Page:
Such "KOKUMI" imparting seasonings, that is, "KOKUMI" imparting seasonings having the function of imparting "steady and sharp" (or "consolidation") and "mouthfulness" and "good body" characteristics of natural materials such as beef bouillon and "KATSUOBUSHI" stock, can be produced by the process described below. A mixture selected from the group consisting of (1) gelatin and tropomyosin and/or tropomyosin peptides, (2) gelatin and paramyosin, and (3) troponin and tropomyosin and/or tropomyosin peptides, is dissolved in a seasoning solution such as "KATSUOBUSHI" extract or beef extract, and heated under conditions suitable for production of macromolecular materials having "steady and sharp" (or "consolidation") and "mouthfulness" and "good body" imparting functions. Such conditions include, for example, heating at 50.degree.-150.degree. C. for 1-5 hours. In this case, the concentration of each component of the above-defined mixture is, for example, 0.01-10% (additional). The reaction is carried out while the solid concentration of extract seasoning solution is adjusted, for example, to 5-80% during heating, but it is not particularly limited to the above concentration. Gelatin is collagen which is irreversibly changed to be water-soluble by boiling collagen with water. Accordingly, gelatin used for production of the "KOKUMI" imparting seasoning of the present invention may be in the form of collagen. Alternatively, it may be in the form of binding tissue, tendon, cartilage of animal having collagen, or extract thereof.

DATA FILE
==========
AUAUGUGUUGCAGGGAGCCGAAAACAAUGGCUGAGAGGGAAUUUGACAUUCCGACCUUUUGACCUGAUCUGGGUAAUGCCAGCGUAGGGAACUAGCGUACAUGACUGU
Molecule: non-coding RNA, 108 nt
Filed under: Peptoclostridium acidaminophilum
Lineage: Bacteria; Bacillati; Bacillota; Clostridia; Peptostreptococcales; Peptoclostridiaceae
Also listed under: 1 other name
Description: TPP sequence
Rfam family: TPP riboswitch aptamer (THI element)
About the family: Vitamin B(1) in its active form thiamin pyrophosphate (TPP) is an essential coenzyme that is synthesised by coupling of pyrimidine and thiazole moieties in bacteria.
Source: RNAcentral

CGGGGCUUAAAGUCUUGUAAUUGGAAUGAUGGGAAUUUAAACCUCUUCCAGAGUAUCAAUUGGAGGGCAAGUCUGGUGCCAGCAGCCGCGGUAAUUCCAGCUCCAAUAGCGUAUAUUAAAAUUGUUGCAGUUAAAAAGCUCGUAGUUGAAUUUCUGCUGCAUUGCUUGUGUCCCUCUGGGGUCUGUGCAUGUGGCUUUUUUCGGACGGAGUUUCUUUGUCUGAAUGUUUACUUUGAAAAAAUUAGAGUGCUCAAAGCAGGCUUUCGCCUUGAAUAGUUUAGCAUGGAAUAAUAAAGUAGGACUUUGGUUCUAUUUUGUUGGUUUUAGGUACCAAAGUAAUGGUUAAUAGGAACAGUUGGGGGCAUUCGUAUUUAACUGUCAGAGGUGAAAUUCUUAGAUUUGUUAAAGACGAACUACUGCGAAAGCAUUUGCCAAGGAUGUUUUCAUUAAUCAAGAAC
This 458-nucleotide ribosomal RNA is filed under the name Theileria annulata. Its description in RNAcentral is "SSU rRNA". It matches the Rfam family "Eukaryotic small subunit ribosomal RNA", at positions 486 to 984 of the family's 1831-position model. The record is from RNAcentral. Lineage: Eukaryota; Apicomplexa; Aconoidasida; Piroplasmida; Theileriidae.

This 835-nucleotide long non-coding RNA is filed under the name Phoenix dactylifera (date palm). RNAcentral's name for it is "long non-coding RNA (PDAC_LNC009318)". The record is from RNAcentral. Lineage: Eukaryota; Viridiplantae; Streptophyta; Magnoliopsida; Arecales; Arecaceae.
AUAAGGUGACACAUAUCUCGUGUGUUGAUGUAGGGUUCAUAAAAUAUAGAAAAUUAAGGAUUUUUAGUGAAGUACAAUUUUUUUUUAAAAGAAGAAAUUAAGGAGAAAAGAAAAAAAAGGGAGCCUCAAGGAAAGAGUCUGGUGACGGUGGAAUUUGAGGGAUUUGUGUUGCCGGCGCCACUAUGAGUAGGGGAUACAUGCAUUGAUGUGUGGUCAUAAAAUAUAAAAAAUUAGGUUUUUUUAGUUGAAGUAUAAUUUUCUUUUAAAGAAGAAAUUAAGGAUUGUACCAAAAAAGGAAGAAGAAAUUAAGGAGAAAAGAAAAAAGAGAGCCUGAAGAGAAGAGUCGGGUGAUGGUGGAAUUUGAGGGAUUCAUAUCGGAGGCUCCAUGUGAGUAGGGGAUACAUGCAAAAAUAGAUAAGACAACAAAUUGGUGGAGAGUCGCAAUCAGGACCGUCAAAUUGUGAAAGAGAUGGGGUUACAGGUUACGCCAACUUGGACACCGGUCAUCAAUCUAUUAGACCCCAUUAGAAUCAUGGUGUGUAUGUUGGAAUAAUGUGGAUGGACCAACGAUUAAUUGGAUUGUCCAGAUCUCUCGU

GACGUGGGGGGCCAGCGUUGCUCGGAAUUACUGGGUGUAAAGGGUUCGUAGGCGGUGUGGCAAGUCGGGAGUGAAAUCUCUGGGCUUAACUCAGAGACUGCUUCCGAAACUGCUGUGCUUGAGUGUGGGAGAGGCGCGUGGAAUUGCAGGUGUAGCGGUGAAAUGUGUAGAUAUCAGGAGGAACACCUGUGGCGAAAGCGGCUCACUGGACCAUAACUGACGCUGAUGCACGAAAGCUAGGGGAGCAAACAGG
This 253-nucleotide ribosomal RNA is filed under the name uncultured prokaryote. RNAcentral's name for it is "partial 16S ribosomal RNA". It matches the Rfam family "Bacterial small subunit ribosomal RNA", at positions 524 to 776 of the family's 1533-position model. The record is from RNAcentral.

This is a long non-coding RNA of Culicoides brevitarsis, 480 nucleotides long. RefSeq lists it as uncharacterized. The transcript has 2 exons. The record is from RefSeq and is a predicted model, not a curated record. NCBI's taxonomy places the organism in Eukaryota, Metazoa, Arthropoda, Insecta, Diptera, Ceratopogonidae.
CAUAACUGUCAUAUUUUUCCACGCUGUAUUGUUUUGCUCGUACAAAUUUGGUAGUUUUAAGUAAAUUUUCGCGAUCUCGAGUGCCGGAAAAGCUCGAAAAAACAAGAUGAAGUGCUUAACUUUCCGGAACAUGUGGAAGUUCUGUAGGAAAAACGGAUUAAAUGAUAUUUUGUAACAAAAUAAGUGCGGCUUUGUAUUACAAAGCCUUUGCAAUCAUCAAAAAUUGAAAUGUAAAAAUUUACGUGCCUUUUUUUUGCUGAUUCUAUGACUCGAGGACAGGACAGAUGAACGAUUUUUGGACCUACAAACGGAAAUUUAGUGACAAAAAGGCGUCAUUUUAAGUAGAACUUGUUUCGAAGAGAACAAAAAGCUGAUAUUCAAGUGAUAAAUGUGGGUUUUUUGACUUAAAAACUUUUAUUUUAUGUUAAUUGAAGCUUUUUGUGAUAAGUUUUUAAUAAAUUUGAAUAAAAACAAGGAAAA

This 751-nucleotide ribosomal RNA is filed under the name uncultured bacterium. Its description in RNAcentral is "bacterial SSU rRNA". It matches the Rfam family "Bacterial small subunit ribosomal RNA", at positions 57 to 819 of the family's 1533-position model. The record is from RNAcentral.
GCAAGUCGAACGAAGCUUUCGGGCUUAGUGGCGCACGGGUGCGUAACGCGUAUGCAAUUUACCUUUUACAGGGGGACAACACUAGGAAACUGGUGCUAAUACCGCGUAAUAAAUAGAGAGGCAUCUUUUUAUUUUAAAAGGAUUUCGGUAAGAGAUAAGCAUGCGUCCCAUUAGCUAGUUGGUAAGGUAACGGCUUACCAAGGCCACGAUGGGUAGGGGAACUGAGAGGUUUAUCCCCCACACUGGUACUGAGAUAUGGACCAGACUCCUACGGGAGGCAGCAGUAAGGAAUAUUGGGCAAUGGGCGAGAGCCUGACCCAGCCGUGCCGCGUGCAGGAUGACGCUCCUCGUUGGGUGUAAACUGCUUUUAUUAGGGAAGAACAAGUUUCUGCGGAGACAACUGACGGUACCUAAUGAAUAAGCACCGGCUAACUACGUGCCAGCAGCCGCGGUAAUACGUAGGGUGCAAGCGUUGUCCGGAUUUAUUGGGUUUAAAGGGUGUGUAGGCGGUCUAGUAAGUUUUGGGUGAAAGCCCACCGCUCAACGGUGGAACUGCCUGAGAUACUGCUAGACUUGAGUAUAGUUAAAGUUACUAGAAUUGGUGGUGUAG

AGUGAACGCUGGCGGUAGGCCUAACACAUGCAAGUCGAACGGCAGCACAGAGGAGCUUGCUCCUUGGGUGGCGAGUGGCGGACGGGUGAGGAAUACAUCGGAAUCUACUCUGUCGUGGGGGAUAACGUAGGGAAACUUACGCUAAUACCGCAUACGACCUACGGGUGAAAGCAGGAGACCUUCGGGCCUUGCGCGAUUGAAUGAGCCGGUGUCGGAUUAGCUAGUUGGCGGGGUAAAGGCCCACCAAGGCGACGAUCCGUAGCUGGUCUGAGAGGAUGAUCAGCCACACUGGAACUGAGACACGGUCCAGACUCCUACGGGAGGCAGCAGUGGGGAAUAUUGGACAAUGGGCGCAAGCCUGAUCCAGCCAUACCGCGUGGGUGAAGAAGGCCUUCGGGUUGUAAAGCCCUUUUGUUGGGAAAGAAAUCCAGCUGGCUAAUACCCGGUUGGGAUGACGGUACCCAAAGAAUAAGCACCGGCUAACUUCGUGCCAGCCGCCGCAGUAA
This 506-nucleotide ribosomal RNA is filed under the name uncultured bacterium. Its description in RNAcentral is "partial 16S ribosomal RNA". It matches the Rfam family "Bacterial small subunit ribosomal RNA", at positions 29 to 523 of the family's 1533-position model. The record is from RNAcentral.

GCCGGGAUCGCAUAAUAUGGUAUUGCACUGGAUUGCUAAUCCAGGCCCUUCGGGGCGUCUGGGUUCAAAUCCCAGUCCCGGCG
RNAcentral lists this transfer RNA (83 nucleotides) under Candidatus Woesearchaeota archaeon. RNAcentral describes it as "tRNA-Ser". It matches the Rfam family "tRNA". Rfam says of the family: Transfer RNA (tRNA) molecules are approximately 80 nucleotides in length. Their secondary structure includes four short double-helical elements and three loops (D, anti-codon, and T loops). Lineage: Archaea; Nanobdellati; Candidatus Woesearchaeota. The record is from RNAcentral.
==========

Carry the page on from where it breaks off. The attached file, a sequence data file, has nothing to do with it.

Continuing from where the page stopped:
The reaction solution after heating may be used directly or after recovery of the macromolecular fraction, i.e., the fraction mainly containing protein, optionally using dialysis, ultrafiltration, ethanol precipitation, etc. to produce "KOKUMI" imparting seasoning of the present invention.

The thus obtained seasonings impart "steady and sharp" (or "consolidation") and "mouthfulness" and "good body", and enhance the taste quality, when added to stock for Japanese dishes, for example, basic stock of "KATSUOBUSHI" (dried bonito), chicken, fishery product, "KONBU" (laminaria), beef, "SHIITAKE" (Cortinellus shiitake: mushroom), etc., or to soup stock for Western dishes, for example, basic stock of beef, chicken, pork, fishery product, etc., or to Tan (Chinese stock) for Chinese dishes, for example, basic stock of beef, chicken, pork, ham, eyes of scallops ear shells, lobsters, "SURUME" (dried cuttlefish), "SHIITAKE", Chinese cabbage, celery, etc.

In a fourth embodiment, the present invention relates to processed natural extracts, natural extract substitutes, basic stock materials or flavor enhancing seasonings which contain the "KOKUMI" imparting seasoning prepared by heating a mixture selected from the group consisting of (1) gelatin and tropomyosin and/or tropomyosin peptides, (2) gelatin and paramyosin, and (3) troponin and tropomyosin and/or tropomyosin peptides, and a low-molecular weight fraction of natural extracts, in water. As described above, the above processed natural extracts and natural extract substitutes are added particularly to HVP, HAP, or yeast extract, which are available at relatively low cost, or added to low-quality and inexpensive beef extract, or added to or used with basic stock material or conventional flavor enhancing seasoning, to tighten the taste, to impart and enhance "steady and sharp" (or "consolidation") and "mouthfulness" and "good body" and otherwise improve the taste.